You are browsing the archive for freakshow.

Julia Pastrana: A “Monster to the Whole World”

- November 26, 2014 in bearded lady, Culture & History, freakshow, julie pastrana, lewis b. lent, Science & Medicine, sideshow, theodore lent

Julia Pastrana, a woman from Mexico born with hypertrichosis, became one of the most famous human curiosities of the 19th century, exhibited as a "bearded lady" while both alive and dead. Bess Lovejoy explores her story and how it was only in 2013, 153 years after her passing, that she was finally laid to rest.

The Life and Adventures of James F. O’Connell, the Tattooed Man (1845)

- July 30, 2013 in captivity, castaway, collections, Digital Copy: No Additional Rights, freakshow, Internet Archive, islanders, James F. O'Connell, Library of Congress, P.T. Barnum, shipwreck, tattoo, texts, Texts: 19th, Texts: Non-fiction, Underlying Work: PD Worldwide

The Life and Adventures of James F. O’Connell the Tattooed Man, by James F. O’Connell; 1845; W. Applegate, New-York. One of the main attractions at P.T. Barnum’s 1842 ‘freakshow’ American Museum was a man named James F. O’Connell, notable for his head to toe covering in tattoos, the U.S.’s first tattooed showman. To accompany his unusual appearance, the show featured O’Connell telling of how he received his tattoo during his years of captivity in the South Pacific. According to his account he became shipwrecked on the Caroline Islands and saved himself from death at the hands of the Ponapeans natives by performing a series of Irish jigs for their amusement. Though his life was spared he tells of how he was subject to a compulsory tattooing at the hands of a series of “voluptuous virgins” and how he was forced to marry the last of his tattooers. When a ship landed on the island in 1833 (some 5 years or so since his shipwreck there in the late 1820s) O’Connell left, making his way to the U.S. where he eventually ended up working in P.T.Barnum’s ‘freakshow’, telling tales of the eight day long process of tattooing he underwent and performing […]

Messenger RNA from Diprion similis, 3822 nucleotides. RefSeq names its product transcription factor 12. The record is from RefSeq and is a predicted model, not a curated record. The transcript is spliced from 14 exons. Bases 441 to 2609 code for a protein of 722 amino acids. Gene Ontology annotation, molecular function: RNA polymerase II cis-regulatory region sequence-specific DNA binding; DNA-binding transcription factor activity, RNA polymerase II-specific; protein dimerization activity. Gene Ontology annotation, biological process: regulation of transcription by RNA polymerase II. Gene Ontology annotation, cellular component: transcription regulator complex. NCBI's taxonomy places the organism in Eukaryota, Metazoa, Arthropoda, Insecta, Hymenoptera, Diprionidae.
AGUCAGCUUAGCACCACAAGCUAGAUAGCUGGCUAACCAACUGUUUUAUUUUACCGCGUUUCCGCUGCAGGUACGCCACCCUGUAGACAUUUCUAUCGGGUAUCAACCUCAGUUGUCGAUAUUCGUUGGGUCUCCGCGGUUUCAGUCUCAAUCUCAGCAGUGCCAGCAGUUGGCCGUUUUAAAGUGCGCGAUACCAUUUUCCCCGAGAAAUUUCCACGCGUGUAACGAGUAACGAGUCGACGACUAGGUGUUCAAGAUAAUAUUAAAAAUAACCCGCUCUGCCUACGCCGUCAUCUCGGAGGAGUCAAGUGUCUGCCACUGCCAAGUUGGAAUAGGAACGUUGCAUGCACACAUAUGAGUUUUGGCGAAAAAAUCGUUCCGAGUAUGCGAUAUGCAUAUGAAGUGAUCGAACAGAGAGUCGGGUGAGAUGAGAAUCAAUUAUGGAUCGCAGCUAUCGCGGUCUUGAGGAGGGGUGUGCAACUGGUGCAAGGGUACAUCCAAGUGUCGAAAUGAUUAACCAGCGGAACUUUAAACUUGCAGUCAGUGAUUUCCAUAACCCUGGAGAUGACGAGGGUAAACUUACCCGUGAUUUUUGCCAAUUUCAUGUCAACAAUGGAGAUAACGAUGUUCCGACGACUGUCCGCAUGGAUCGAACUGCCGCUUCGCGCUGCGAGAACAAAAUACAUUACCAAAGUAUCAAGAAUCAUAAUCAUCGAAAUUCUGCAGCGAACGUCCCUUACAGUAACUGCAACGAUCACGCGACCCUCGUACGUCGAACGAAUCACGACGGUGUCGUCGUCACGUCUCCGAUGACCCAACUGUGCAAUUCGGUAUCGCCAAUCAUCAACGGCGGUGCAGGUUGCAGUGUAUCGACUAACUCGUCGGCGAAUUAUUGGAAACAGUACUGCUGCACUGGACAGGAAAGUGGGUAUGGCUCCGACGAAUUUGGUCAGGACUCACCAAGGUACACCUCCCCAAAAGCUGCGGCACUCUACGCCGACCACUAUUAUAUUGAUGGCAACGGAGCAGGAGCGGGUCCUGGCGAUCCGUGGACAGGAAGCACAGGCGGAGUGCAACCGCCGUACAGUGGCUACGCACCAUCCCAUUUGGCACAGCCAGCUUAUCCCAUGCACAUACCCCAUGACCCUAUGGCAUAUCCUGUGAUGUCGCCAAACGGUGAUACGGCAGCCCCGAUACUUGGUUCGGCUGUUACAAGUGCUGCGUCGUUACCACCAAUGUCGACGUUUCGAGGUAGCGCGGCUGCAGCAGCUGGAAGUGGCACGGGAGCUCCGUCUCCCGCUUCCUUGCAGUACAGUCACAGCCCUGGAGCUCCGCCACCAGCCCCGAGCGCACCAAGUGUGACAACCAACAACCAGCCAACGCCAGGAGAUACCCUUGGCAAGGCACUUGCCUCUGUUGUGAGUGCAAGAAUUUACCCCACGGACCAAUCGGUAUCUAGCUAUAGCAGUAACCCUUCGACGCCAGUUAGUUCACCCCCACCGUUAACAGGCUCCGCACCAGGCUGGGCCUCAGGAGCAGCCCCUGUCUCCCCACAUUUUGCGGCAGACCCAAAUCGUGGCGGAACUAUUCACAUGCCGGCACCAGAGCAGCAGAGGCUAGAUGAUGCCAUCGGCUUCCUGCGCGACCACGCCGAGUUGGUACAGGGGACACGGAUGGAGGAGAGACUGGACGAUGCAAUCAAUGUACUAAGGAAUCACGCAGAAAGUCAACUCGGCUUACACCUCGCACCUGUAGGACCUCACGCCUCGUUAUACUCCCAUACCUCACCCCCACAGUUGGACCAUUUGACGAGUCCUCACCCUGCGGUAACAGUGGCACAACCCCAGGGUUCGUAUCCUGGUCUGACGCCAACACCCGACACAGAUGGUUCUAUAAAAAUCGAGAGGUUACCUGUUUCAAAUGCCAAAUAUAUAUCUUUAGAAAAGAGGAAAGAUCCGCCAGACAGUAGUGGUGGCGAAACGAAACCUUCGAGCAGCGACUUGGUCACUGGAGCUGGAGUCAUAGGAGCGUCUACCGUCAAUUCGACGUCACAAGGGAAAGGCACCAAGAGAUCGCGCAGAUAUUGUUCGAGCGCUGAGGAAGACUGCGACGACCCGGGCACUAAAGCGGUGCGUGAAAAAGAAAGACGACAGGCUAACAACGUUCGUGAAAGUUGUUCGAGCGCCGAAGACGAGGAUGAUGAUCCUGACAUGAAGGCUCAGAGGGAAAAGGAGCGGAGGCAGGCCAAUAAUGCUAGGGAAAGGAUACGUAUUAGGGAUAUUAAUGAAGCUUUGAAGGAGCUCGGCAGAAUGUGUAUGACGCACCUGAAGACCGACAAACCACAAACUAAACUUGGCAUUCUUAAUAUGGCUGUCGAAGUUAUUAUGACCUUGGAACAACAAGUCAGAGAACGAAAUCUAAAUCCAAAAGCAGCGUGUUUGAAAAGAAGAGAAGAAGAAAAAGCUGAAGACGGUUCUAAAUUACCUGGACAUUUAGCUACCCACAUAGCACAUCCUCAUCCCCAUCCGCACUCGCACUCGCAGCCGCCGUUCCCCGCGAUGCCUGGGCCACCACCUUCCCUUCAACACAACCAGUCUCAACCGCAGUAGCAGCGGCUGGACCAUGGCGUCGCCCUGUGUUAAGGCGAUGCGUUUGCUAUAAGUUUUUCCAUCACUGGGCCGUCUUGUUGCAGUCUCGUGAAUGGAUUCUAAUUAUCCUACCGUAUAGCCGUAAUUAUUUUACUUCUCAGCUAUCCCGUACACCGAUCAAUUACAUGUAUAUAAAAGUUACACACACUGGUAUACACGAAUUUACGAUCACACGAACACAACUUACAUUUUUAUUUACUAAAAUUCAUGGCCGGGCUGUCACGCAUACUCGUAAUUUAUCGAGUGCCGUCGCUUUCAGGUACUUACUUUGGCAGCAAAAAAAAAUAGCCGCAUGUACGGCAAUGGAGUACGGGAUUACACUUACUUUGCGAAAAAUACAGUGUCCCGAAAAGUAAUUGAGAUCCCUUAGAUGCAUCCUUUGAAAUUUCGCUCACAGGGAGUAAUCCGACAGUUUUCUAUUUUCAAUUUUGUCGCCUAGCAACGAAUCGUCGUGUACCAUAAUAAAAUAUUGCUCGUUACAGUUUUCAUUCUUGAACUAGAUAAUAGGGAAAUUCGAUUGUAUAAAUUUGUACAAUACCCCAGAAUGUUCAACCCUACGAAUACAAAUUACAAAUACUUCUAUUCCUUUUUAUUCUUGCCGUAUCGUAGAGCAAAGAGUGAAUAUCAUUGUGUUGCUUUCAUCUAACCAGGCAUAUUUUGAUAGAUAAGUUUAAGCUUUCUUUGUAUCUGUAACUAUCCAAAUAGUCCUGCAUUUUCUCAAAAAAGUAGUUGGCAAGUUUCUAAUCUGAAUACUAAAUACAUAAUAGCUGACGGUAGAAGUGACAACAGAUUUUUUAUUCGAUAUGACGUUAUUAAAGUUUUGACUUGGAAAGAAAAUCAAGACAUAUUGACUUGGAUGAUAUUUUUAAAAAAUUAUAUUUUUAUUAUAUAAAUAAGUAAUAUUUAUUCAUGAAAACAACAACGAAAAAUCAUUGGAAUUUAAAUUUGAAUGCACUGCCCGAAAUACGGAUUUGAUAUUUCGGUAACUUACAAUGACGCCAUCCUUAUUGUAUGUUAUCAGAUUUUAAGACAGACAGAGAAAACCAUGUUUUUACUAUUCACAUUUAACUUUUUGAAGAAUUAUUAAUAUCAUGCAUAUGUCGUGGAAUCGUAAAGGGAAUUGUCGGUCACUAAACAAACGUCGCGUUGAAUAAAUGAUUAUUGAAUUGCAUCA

Re-examining ‘the Elephant Man’

- July 24, 2013 in Articles, david lynch, deformity, elephant man, freakshow, History, joseph merrick, Science, sideshow, tom norman, victorian

Nadja Durbach questions the extent to which Joseph Merrick, known as the Elephant Man, was exploited during his time in a Victorian ‘freakshow’, and asks if it wasn’t perhaps the medical establishment, often seen as his saviour, who really took advantage of the man and his condition. The scenes are among the most heartless in cinema history: a drunken, abusive showman exhibiting the severely deformed Joseph Merrick to horrified punters. David Lynch’s The Elephant Man begins with its lead character being treated little better than an animal in a cage. But it soon finds a clean-cut hero in the ambitious young surgeon Frederick Treves, who rescues the hapless Merrick from his keeper and gives him permanent shelter at the London Hospital. Supported by charitable donations, the victim recovers his humanity: he learns to speak again (in a decidedly middle-class accent), to entertain society guests and to dress and behave like a well-heeled young dandy. Merrick, no more the degraded show freak, reveals his inner goodness and spirituality and dies happy. Lynch’s movie is based largely on Treves’ sentimental chronicle. But that narrative is merely one version of events – and one that in the end tells us more about middle-class [...]

Re-examining ‘the Elephant Man’

- July 24, 2013 in Articles, Culture & History, david lynch, deformity, elephant man, freakshow, joseph merrick, Science & Medicine, sideshow, tom norman, victorian

Nadja Durbach questions the extent to which Joseph Merrick, known as the Elephant M…